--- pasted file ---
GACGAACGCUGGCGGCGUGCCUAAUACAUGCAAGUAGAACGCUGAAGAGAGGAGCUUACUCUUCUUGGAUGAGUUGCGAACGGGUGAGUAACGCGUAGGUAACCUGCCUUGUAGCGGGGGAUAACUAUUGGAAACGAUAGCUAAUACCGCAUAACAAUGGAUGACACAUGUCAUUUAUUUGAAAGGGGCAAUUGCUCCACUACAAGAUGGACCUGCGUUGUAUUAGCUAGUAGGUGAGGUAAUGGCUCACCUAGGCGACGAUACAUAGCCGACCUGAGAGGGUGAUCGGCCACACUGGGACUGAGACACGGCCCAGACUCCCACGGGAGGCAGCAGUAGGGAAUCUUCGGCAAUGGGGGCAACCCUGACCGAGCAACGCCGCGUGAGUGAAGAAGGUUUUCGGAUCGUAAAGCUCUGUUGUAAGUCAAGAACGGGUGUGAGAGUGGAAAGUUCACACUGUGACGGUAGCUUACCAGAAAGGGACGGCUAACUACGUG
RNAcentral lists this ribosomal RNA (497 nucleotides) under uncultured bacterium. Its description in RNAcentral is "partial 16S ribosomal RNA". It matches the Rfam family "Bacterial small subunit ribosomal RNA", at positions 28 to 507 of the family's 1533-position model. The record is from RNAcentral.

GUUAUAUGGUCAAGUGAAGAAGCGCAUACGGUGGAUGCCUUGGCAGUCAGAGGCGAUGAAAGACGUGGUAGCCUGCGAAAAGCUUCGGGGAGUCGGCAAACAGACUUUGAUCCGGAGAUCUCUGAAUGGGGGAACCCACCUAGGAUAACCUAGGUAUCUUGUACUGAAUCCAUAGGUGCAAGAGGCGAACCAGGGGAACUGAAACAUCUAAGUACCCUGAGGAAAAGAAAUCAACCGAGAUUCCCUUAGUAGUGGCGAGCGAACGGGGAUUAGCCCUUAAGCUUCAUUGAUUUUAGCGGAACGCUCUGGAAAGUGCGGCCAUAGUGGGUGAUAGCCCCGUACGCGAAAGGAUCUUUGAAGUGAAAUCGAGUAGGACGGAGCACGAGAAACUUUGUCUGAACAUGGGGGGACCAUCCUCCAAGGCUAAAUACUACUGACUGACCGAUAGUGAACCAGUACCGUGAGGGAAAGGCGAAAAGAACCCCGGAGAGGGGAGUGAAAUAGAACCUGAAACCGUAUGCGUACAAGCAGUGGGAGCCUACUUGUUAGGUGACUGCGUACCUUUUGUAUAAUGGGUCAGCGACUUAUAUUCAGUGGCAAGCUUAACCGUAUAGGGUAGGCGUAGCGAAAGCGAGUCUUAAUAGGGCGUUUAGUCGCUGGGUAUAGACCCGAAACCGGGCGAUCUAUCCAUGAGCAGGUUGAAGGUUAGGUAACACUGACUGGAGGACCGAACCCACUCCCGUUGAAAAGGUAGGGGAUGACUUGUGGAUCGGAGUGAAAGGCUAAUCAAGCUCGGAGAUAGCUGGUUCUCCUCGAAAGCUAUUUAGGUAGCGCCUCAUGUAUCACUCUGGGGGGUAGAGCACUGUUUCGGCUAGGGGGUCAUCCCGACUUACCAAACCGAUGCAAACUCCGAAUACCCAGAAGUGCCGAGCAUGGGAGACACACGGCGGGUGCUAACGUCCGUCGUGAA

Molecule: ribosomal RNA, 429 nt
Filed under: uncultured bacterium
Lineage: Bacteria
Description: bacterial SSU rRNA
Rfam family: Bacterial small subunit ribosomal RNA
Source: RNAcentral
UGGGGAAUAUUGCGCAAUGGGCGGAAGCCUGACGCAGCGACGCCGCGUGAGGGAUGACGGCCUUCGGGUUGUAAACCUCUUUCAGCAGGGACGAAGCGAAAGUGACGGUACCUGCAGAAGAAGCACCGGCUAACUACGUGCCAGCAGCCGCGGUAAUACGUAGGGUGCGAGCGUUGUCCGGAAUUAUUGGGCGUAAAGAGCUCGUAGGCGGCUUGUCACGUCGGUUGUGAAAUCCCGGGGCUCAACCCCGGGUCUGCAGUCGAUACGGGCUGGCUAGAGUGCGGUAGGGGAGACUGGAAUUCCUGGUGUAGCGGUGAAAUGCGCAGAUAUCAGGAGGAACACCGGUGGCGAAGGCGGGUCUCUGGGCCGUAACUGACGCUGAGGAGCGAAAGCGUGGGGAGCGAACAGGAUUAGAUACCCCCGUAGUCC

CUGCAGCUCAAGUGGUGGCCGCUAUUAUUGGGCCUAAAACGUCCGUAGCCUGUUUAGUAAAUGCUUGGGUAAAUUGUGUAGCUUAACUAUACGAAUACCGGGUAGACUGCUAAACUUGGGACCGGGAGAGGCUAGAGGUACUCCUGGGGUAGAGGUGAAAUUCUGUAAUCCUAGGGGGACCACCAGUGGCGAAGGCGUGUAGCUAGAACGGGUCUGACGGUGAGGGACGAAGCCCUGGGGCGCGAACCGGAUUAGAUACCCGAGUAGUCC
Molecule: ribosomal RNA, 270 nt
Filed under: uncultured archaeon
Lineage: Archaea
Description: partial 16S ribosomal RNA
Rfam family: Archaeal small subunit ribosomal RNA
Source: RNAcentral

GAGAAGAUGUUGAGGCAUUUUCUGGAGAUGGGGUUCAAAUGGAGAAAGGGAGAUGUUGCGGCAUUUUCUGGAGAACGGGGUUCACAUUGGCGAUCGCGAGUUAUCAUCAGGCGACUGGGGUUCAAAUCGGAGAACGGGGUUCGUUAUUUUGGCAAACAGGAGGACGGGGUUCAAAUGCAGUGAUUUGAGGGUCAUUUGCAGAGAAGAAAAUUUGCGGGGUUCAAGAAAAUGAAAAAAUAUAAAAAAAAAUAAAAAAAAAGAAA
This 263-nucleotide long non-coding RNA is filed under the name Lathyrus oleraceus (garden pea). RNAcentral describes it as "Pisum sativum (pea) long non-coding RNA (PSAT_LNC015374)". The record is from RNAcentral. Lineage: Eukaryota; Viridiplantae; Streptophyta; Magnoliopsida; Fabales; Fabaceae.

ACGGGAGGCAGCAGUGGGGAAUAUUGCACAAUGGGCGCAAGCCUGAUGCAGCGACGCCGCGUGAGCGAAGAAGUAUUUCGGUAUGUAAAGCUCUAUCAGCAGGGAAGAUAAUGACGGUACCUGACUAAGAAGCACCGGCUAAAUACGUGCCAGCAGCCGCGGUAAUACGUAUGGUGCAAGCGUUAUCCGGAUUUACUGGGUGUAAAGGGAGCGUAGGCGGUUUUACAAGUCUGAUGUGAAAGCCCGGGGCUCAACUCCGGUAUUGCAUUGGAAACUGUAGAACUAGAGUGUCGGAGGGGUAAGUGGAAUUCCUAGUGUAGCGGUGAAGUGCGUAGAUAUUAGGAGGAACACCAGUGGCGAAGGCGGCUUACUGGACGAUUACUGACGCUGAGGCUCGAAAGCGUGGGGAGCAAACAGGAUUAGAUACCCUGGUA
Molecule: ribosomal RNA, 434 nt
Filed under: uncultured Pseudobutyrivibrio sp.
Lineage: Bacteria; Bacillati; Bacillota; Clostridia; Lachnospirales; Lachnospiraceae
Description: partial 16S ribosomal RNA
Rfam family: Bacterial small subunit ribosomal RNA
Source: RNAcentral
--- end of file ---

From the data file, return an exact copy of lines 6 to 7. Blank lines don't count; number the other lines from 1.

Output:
Lineage: Bacteria
Description: bacterial SSU rRNA